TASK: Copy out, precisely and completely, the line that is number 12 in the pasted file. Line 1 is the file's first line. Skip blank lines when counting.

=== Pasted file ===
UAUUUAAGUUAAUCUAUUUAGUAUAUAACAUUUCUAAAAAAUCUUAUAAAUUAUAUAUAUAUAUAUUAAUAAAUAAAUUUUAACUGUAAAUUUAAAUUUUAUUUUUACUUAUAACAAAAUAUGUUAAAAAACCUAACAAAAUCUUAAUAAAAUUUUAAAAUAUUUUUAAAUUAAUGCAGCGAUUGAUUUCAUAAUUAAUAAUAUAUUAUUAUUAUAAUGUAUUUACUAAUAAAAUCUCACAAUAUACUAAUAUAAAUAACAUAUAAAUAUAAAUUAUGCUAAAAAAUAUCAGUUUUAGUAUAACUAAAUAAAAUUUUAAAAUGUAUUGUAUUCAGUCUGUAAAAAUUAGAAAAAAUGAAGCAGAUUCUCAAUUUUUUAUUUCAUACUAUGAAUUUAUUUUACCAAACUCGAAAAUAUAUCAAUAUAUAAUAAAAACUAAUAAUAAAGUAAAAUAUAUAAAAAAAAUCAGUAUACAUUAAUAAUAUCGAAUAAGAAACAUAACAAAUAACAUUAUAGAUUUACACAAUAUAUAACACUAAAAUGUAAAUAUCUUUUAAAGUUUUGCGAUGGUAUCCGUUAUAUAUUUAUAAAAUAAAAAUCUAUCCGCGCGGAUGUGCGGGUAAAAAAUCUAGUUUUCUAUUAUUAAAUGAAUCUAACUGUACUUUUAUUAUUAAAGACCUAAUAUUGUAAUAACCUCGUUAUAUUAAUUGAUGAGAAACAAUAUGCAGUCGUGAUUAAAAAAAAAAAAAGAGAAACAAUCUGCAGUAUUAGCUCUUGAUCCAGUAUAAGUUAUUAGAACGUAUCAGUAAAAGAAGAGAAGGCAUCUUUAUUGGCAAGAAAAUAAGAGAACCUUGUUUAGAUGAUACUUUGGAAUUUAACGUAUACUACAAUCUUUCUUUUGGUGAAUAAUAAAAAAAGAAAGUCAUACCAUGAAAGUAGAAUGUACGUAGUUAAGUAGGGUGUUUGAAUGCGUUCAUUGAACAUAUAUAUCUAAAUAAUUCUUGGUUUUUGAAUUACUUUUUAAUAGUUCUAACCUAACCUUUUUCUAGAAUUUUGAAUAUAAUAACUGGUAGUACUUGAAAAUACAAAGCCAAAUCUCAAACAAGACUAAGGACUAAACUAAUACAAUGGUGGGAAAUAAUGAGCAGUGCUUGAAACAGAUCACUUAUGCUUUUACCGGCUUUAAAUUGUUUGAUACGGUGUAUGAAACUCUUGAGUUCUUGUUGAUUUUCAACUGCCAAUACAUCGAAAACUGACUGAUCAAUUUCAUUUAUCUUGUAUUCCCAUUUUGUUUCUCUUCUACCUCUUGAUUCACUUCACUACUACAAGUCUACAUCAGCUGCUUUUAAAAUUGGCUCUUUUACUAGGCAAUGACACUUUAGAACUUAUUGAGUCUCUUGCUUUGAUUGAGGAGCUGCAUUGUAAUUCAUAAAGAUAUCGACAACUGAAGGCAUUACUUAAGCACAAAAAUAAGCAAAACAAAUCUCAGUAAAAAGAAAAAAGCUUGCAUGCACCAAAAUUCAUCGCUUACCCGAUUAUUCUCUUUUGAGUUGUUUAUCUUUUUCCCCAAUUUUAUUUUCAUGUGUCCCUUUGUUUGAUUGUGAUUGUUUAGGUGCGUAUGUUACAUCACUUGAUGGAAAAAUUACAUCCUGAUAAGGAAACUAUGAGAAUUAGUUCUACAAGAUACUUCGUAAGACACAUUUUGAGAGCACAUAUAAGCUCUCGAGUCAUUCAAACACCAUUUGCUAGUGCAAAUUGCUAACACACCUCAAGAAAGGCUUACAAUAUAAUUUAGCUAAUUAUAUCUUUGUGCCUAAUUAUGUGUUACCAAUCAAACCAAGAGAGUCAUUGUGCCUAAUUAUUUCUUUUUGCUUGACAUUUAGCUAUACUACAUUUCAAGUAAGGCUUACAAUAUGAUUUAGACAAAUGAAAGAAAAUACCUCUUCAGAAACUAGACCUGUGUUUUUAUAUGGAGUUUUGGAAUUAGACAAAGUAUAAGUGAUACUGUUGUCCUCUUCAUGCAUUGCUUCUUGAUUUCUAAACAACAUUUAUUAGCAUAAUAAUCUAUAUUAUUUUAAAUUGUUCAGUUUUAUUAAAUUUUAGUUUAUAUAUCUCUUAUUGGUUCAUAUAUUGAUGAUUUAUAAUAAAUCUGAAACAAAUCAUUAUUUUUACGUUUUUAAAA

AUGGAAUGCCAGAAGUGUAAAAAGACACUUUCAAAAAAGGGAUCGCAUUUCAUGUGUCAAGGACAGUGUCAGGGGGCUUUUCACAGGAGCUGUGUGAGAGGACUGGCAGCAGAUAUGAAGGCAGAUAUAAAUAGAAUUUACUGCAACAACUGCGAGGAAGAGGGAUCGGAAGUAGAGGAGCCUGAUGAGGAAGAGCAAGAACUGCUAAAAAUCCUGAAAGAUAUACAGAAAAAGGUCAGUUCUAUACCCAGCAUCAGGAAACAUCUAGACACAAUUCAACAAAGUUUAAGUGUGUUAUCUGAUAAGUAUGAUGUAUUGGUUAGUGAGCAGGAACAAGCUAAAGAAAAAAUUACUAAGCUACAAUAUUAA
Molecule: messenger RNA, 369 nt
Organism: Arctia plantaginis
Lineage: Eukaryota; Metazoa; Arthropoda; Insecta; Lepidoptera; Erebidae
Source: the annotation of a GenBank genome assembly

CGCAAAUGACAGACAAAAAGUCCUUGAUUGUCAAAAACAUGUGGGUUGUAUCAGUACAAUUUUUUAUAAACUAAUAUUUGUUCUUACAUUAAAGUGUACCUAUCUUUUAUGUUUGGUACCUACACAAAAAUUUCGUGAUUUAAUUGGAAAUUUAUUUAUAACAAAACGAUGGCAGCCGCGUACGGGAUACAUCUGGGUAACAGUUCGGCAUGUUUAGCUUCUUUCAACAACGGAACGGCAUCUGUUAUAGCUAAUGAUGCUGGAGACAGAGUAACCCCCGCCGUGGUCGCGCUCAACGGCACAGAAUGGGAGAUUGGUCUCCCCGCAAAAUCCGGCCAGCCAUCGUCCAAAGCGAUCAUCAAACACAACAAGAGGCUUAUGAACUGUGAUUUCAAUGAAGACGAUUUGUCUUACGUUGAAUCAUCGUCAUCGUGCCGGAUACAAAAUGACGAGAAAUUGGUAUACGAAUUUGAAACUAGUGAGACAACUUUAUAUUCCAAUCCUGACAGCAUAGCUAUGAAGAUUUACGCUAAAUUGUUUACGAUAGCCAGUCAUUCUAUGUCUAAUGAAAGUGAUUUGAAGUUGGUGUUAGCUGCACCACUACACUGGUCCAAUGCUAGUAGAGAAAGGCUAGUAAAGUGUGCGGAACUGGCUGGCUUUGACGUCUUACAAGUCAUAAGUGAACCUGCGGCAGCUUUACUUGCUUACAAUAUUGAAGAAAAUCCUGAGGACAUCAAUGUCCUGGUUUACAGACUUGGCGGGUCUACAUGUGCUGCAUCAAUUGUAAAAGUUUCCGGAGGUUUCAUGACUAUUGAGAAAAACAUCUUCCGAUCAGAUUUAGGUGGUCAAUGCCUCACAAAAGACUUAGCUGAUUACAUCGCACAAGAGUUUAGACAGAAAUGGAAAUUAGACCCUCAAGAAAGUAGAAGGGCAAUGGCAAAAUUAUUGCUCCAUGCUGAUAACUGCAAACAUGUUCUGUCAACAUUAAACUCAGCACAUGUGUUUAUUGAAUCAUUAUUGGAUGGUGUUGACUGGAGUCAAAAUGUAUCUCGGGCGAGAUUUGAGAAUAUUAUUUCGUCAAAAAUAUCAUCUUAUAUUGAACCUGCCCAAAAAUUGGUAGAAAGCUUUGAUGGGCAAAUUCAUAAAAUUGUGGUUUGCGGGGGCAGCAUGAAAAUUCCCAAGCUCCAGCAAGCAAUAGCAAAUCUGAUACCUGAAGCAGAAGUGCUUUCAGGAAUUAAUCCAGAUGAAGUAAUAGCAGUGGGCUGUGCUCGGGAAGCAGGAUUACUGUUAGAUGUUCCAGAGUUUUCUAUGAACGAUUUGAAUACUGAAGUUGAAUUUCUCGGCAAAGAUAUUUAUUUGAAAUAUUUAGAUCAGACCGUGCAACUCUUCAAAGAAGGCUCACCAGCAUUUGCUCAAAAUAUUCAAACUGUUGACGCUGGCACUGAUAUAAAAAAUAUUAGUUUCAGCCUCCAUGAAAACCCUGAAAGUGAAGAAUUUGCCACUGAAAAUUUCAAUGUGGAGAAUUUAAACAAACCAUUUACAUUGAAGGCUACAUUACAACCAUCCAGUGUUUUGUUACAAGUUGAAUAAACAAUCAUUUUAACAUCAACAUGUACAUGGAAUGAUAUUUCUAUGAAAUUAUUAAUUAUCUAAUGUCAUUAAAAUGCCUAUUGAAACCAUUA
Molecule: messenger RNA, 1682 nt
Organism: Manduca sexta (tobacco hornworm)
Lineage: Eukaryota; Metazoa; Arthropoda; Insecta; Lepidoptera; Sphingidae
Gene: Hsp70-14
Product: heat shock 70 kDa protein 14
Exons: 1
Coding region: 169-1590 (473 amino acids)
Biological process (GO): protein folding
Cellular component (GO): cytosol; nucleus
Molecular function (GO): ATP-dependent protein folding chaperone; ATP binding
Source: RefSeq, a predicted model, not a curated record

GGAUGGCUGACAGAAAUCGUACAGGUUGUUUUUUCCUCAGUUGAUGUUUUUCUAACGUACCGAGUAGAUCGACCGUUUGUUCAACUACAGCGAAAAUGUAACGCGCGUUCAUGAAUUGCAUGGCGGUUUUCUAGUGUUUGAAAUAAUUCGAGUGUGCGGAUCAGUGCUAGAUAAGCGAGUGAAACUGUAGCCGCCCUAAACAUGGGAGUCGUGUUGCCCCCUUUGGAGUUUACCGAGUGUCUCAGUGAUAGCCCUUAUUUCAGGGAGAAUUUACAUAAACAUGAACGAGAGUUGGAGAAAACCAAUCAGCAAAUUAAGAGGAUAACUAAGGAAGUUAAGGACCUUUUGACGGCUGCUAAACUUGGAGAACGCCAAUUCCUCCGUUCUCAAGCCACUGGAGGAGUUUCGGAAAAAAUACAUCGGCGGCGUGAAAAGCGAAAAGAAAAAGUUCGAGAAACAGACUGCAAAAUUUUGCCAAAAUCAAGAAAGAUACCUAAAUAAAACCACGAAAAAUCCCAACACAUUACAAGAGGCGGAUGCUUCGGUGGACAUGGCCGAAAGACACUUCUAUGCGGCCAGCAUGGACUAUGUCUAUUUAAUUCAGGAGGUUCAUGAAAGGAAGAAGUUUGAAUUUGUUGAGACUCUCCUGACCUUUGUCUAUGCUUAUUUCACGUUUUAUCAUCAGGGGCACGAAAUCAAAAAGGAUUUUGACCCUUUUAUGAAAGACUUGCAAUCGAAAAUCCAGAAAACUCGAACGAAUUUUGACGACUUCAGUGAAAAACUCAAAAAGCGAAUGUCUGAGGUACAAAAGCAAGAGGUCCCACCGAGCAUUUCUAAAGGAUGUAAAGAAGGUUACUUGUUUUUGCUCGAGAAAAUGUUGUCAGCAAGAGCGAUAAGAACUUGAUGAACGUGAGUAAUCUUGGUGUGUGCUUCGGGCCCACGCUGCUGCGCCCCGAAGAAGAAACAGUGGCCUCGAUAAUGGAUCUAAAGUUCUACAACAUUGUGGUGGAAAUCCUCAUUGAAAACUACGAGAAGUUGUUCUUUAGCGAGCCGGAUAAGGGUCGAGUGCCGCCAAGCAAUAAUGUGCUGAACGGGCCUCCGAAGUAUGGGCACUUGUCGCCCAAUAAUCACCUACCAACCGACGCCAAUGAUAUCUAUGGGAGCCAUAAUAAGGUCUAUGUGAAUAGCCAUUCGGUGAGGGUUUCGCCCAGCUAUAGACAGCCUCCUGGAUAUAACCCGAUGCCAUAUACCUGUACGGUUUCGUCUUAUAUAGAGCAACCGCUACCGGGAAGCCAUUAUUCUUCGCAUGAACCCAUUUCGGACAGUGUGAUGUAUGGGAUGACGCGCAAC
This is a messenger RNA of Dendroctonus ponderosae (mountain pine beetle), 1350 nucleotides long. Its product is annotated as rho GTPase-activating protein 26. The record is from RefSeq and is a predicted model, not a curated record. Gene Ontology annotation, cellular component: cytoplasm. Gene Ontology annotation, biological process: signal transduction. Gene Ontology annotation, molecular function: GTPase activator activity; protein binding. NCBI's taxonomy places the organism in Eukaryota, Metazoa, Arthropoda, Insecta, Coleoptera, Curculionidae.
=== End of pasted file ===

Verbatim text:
Product: heat shock 70 kDa protein 14